The operator is responsible for ensuring the safety of the well and the site. The Health and Safety Executive (HSE) regulates the working practices adopted by operators. These include the health and safety management of the site, well integrity and reporting of dangerous occurrences. We work closely with the HSE to ensure the environment is protected.
     
    The health and safety regulations require the operator to maintain well integrity throughout the lifecycle of the well. In order to demonstrate this the operator must have robust monitoring arrangements in place.
     
    Operators also have to monitor for any seismic events.  If they were to happen, we would know how large a seismic event it was and where it happened.  From this we would gain an understanding of the potential impact on well integrity. 
     
    In addition, operators will have to monitor well pressure, which would identify if there was a loss of well integrity.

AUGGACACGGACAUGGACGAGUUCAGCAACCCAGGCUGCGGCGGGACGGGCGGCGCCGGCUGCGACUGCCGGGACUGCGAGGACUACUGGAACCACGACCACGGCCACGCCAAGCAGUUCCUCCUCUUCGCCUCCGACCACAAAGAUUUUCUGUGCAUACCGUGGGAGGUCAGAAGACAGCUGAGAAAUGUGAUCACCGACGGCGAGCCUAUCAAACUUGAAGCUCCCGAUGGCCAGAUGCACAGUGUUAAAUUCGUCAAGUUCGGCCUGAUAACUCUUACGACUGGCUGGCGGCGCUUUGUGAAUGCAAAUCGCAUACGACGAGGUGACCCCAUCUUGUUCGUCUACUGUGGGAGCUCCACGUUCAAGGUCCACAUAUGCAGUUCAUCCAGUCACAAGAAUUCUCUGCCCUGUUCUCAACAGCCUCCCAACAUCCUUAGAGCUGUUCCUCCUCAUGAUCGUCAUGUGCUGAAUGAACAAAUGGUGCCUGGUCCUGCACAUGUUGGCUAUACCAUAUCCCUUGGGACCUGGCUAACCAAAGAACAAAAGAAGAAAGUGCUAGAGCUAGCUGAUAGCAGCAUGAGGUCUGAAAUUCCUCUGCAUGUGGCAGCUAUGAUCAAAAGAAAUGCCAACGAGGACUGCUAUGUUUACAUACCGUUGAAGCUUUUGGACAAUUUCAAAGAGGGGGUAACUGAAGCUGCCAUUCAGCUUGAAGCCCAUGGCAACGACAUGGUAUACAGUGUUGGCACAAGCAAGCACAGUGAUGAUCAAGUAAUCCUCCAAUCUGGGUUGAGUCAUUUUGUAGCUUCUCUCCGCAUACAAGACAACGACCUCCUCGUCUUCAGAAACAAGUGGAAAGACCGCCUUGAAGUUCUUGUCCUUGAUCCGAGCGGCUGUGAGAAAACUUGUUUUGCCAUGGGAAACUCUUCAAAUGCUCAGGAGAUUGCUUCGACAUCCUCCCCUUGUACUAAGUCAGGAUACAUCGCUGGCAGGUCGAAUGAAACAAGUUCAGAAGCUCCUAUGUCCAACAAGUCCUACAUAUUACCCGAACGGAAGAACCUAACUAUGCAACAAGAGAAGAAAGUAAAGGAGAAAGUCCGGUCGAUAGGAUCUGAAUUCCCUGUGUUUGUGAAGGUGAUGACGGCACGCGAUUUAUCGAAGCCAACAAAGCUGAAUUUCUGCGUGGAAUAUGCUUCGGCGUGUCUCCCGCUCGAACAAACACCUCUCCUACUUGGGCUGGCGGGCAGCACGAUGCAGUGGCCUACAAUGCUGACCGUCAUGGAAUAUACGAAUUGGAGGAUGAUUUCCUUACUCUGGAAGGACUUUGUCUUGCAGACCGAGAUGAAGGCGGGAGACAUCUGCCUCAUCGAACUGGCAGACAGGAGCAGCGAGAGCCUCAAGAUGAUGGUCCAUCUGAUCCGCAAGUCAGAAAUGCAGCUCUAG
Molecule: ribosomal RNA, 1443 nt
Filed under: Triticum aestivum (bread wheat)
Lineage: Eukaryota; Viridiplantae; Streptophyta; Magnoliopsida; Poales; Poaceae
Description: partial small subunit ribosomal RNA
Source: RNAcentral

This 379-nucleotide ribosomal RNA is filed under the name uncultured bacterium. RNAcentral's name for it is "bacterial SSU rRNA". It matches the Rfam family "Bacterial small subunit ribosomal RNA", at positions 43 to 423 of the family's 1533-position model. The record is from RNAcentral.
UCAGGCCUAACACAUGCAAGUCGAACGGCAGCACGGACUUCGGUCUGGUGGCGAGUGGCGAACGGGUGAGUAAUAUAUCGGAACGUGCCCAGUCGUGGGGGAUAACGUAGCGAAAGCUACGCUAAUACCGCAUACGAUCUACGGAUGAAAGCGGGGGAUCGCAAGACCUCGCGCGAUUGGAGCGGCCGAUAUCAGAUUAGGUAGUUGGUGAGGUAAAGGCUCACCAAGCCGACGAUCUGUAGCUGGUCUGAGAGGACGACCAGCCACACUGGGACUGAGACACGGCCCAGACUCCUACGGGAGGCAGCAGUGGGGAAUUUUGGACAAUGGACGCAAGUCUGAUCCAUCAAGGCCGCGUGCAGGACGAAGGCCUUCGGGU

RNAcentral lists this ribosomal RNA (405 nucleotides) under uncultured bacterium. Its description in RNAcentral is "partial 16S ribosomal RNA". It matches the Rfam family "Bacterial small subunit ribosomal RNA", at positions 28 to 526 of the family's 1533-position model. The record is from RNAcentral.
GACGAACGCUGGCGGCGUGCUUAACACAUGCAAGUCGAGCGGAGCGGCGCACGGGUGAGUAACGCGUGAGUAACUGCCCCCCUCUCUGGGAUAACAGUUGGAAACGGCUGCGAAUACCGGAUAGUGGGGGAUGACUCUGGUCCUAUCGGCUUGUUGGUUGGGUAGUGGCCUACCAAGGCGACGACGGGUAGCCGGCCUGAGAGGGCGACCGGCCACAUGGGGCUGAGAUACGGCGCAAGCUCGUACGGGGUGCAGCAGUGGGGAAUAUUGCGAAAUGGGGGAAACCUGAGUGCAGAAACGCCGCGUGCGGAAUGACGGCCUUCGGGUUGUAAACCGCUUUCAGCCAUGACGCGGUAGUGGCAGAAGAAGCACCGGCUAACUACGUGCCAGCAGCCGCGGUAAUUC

If there is a loss of well integrity following a seismic event of any size, which could pose a risk to the environment, we would require operations to stop.  We would liaise with the Health and Safety Executive, who are the lead regulator in relation to well integrity, and would only allow operations to proceed if the operator could demonstrate that there would be no impact on the environment.
     
    With regards to the water quality within the Sherwood Sandstone, the British Geological Survey (BGS) has undertaken water quality sampling of this aquifer from their borehole at Roseacre Wood. The information is available on their web site at the link below.
     
    http://www.bgs.ac.uk/research/groundwater/shaleGas/monitoring/waterQualityLancashire.html
    Groundwater monitoring in Lancashire | Shale gas …
    http://www.bgs.ac.uk
    There are two significant aquifers across Lancashire: a shallow aquifer formed of superficial glacial sand and gravel interbedded with clay (Figure 1), and a deeper …
     
    Investigation of groundwater quality from the new deep (500 m) borehole into the Sherwood Sandstone at Roseacre Wood has revealed that the groundwater is saline. Samples taken from discrete depths within the open-hole section (356–500 m below ground level) have compositions dominated by sodium (Na) and chloride (Cl).
    For comparison, the Na and Cl concentrations of open seawater are 10,500 mg/L and 19,000 mg/L respectively. This makes the deep Sherwood Sandstone aquifer in this part of the Fylde unviable as a water resource.